In the competition between states to land billions of dollars in federal contracts, it’s not a stretch to think that Massachusetts might be at a bit of a disadvantage come January. Not only did the state, as expected, glow bright blue in the presidential election, Republican governor Charlie Baker broke ranks and refused to vote for his party’s nominee, while a riled-up Senator Elizabeth Warren tweeted herself into the top 10 of Donald J. Trump’s enemies list.
But despite the state’s political leanings being so out of sync with the president-elect, his plans to increase military spending could be good news for Massachusetts’ robust military supply sector, which includes jet-engine makers, missile manufacturers, and research labs.
“The paradox of a Trump win is that even though the Bay State is very blue, this is going to be quite good news for its economy,” said Loren B. Thompson, chief operating officer of the Lexington Institute, a nonprofit think tank.
Massachusetts’ share of Defense Department and Homeland Security contracts has stayed fairly steady despite changes of partisan control in government or ups and downs in the overall federal budget, ranging between 3.5 and 4.2 percent annually from 2004-2013, a study by the UMass Donahue Institute found.
In the 2016 fiscal year, the Department of Defense awarded contracts in Massachusetts worth $8.6 billion, while the Department of Homeland Security doled out more than $484 million.
Waltham-based Raytheon Co., considered one of the nation’s “big five” military suppliers, has traditionally received the biggest portion of federal defense spending in Massachusetts. For example, it landed $3.7 billion in defense contracts in 2013, representing a third of all such contracts statewide, the Donahue Institute said.
“The bottom line for people in Massachusetts is you’re not going to hear a giant sucking sound of defense dollars from Massachusetts because the Republicans are in charge,” said Robert Levinson, a senior defense analyst for Bloomberg Government.
Raytheon investors are thinking the same way — the company’s share price is up about 6 percent since the election, outstripping the overall market’s performance.
Levinson said Raytheon’s focus on producing weapons and guidance systems that have a wide variety of uses can insulate the company from make-or-break government decisions on which planes and tanks to buy.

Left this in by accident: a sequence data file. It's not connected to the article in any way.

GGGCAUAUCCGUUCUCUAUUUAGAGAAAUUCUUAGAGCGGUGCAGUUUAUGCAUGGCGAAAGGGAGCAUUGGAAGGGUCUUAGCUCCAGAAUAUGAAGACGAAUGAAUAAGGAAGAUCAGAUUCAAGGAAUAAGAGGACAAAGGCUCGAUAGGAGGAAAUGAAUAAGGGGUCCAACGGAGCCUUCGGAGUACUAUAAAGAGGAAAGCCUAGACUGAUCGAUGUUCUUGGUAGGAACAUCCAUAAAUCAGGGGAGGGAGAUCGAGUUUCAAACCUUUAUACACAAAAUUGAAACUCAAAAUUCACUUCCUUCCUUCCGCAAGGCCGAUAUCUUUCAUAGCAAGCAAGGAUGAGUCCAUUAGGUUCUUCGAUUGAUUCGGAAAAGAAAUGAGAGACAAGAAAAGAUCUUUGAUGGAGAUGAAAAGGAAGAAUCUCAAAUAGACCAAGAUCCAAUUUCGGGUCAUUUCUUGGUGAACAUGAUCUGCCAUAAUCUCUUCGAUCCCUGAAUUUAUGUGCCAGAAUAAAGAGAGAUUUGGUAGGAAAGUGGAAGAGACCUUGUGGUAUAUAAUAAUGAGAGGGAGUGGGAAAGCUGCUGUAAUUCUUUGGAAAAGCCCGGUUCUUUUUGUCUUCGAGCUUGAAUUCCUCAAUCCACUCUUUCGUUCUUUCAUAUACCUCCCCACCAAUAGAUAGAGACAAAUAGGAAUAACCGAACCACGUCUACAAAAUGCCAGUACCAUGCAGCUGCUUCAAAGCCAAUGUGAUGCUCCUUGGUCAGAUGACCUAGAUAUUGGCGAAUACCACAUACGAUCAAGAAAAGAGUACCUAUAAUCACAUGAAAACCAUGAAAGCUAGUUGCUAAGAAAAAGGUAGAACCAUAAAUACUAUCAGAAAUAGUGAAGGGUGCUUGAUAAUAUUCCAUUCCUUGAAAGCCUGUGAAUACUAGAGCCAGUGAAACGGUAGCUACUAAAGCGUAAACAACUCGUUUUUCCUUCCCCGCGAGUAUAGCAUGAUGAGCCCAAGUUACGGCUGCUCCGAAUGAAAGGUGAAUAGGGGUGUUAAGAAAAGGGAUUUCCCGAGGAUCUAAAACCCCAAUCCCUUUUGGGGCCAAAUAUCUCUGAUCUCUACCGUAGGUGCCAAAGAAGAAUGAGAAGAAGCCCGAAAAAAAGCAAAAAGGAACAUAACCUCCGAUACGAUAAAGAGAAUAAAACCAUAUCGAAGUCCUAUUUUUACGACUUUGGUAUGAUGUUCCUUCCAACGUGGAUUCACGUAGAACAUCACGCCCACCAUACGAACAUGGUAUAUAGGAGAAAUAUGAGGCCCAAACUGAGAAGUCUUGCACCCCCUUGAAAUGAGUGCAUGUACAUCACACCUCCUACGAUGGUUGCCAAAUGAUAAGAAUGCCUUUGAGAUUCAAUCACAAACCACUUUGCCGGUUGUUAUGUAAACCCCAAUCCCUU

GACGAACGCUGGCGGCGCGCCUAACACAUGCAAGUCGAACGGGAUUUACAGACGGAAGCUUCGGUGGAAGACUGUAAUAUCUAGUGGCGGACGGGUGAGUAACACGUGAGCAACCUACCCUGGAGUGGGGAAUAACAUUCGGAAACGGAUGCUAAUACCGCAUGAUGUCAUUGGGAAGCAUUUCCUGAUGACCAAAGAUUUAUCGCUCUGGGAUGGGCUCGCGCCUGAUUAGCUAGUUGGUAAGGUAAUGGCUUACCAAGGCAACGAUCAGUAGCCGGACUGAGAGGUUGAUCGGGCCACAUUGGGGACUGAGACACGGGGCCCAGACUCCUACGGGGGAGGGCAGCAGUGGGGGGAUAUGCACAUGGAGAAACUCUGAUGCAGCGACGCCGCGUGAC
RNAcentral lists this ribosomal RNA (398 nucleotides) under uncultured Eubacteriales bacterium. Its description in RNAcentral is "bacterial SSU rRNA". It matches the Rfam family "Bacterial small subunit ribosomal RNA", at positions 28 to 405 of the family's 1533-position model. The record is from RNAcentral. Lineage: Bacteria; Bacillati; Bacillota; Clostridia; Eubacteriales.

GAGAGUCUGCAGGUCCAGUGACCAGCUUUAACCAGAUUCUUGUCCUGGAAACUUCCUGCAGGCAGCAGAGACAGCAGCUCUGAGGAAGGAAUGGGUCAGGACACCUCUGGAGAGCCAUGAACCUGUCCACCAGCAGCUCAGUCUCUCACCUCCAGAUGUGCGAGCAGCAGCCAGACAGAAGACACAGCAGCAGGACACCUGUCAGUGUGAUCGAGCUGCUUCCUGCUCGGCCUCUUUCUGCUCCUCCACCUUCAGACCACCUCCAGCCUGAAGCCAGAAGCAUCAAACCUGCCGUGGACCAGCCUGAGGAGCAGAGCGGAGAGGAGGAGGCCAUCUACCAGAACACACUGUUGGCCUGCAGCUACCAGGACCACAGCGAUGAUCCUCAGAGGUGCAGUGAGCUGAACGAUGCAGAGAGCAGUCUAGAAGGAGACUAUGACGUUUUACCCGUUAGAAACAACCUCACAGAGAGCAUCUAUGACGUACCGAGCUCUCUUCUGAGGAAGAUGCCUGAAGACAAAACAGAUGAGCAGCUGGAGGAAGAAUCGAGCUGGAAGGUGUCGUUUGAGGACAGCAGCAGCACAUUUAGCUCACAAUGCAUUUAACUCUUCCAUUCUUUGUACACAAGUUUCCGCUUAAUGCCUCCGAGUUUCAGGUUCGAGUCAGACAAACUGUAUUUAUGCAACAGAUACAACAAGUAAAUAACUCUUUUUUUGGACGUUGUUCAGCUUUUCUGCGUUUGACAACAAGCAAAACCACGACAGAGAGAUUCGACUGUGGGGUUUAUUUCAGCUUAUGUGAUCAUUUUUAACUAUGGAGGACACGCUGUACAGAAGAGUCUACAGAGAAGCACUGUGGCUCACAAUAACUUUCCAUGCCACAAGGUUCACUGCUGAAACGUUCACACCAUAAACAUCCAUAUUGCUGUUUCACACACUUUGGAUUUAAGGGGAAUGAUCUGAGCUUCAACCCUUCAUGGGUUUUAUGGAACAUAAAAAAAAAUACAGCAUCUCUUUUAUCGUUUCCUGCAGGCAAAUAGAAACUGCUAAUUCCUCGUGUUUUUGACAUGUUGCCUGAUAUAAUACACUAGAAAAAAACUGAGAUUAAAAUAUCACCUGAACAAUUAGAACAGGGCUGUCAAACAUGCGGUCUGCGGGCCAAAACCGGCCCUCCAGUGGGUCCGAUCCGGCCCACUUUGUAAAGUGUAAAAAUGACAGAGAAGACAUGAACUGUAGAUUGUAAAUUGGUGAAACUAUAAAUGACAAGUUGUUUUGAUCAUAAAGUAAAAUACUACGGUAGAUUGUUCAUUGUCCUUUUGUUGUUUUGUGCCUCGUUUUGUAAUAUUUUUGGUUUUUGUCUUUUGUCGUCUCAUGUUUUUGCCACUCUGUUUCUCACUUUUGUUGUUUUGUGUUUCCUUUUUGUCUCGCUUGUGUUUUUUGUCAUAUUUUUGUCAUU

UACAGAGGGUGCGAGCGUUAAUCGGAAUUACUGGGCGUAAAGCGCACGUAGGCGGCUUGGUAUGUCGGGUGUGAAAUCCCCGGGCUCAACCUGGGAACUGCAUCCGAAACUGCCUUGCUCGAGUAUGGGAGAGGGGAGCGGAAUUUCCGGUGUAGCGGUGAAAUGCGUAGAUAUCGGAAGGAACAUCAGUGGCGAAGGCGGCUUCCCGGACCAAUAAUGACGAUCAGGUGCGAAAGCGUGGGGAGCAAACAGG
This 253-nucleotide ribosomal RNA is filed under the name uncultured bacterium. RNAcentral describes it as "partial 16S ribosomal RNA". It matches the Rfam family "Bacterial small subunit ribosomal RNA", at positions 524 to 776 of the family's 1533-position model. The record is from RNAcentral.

Raytheon also is considered relatively aggressive in selling weapons to other governments, Levinson said, noting that the single largest Defense Department purchase in Massachusetts during 2015 was $1.2 billion worth of the company’s Patriot missiles for Qatar.
Contractors will still be affected by big changes in Defense Department priorities, such as the long-developing F-35 fighter jet project spearheaded by Lockheed Martin. General Electric’s jet engine plant in Lynn has produced engines for the older F-18 fighter. But even a switch to the F-35 won’t mean the end of the line for those engines, which are finding a market in other countries, said Branner Stewart, a senior research manager at the Donahue Institute.
Once the F-35 gets up to speed, it should benefit regional suppliers. BAE Systems Inc., just across the border in Nashua, has an exclusive contract to build sophisticated electronics for the new fighter, Thompson said.
“Obama wasn’t all that hard on the military, but he followed the usual Democratic pattern of spending defense money on readiness and people rather than on weapons,” Thompson said. “Trump will be more inclined to spend money on weapons.”
Other top military contractors in the state include General Dynamics Corp. and MIT. Experts pointed to companies like BAE Systems and Pratt & Whitney in Middletown, Conn., as strengths for the broader New England defense industry.
But Joseph M. Donovan, a defense industry lobbyist with Nelson Mullins Riley & Scarborough LLP in Boston, said plenty of smaller high-tech companies in Massachusetts and New England stand to gain if the Pentagon goes on a spending spree. “Massachusetts and the region has thousands of small businesses that focus on particular sectors of the defense industry,” Donovan said. “They’re in every community. . . . They’re in the industrial park down the street, and you’d never even know it.”
Donovan said that even in a Republican administration, Massachusetts still has some influence in Washington on the defense-spending front — Representatives Niki Tsongas and Seth Moulton serve on the House Armed Services Committee, he noted. And Warren and Massachusetts Senator Edward J. Markey have both said they’ll work with the Trump administration to bring more defense dollars to the state.
Still, Sean Bielat, chief executive of Endeavor Robotics, a maker of military robots, said it’s too early to contemplate the effect of a budget boost.
“It’s easy to say we’re going to increase defense spending. What that means, it’s difficult to say at this point,” Bielat said. “At this point, what a Trump administration means is anyone’s guess.”
Mark Aslett, chief executive of Mercury Systems Inc. of Chelmsford, is more optimistic about Trump’s plans for the Pentagon. “From what he’s saying right now, we think it’s a net positive for the industry,” said Aslett, whose company makes advanced computing systems for electronic warfare and radar signal processing.